A company based in Swindon that sells kitchens, sofas and a wide range of other furnishings will pay money to a wildlife charity for failing to register as a packaging producer.
The Environment Agency took enforcement action because for 13 years, from 2004 until 2017, Neptune (Europe) Ltd failed to recycle enough waste packaging including cardboard, plastic, paint tins and wooden pallets.
Any company producing more than 50 tonnes of packaging a year with a turnover of above 2 million, must register with the Environment Agency or a packaging compliance scheme, and meet their responsibilities for recycling waste packaging.
Neptune (Europe) Ltd, of Blagrave in Swindon, is a furniture importer, seller and wholesaler. They sell everything from kitchens to bathrooms as well as household accessories.
Tessa Bowering, a senior technical officer for the Environment Agency, said:
We all need to do our bit for the environment. Neptune (Europe) Ltd should have met its recycling obligations, which it failed to do for a prolonged period of time. However, the company cooperated with the Environment Agency to address the offences it had committed and is now compliant with the regulations.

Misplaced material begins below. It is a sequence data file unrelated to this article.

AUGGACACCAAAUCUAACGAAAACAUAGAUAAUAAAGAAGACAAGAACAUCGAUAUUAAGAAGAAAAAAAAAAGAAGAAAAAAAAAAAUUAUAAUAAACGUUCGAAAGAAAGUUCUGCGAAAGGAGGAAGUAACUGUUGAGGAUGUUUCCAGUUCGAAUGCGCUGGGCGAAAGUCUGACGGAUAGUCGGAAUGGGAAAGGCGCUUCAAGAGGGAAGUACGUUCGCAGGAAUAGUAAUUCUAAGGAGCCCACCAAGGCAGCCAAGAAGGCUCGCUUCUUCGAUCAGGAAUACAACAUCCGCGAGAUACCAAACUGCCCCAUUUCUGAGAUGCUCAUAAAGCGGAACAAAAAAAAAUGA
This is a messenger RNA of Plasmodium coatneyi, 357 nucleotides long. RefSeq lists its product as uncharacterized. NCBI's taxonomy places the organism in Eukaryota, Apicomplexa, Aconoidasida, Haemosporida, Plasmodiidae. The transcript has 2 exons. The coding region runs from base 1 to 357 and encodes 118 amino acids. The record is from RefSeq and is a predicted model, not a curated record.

They will pay 17, 350 to the Wiltshire Wildlife Trust, who will use the money for 4 projects; Ravensroost Wood Nature Reserve, Malmesbury, Clouts Wood Nature Reserve, Wroughton, Cloatley Meadows Nature Reserve, Malmesbury and The Firs Nature Reserve, Royal Wootton Bassett. All of these projects will protect, restore and enhance the natural environment.
Wiltshire Wildlife Trust Director Dr Gary Mantle MBE said:
Our nature reserves play an important part in raising awareness about the value of the natural world. We are looking forward to using this contribution to the trust to help us deliver some great projects that benefit wildlife and people.
Enforcement undertakings allow companies and individuals to make amends for breaching environmental regulations, including through a financial contribution to a local project.
In agreeing to this type of civil sanction, the Environment Agency must be satisfied the offender will make changes to its operations to prevent future breaches of packaging legislation.
The Environment Agency continues to prosecute organisations and individuals where evidence shows high levels of culpability and serious environmental harm.
The company was sanctioned under the Pro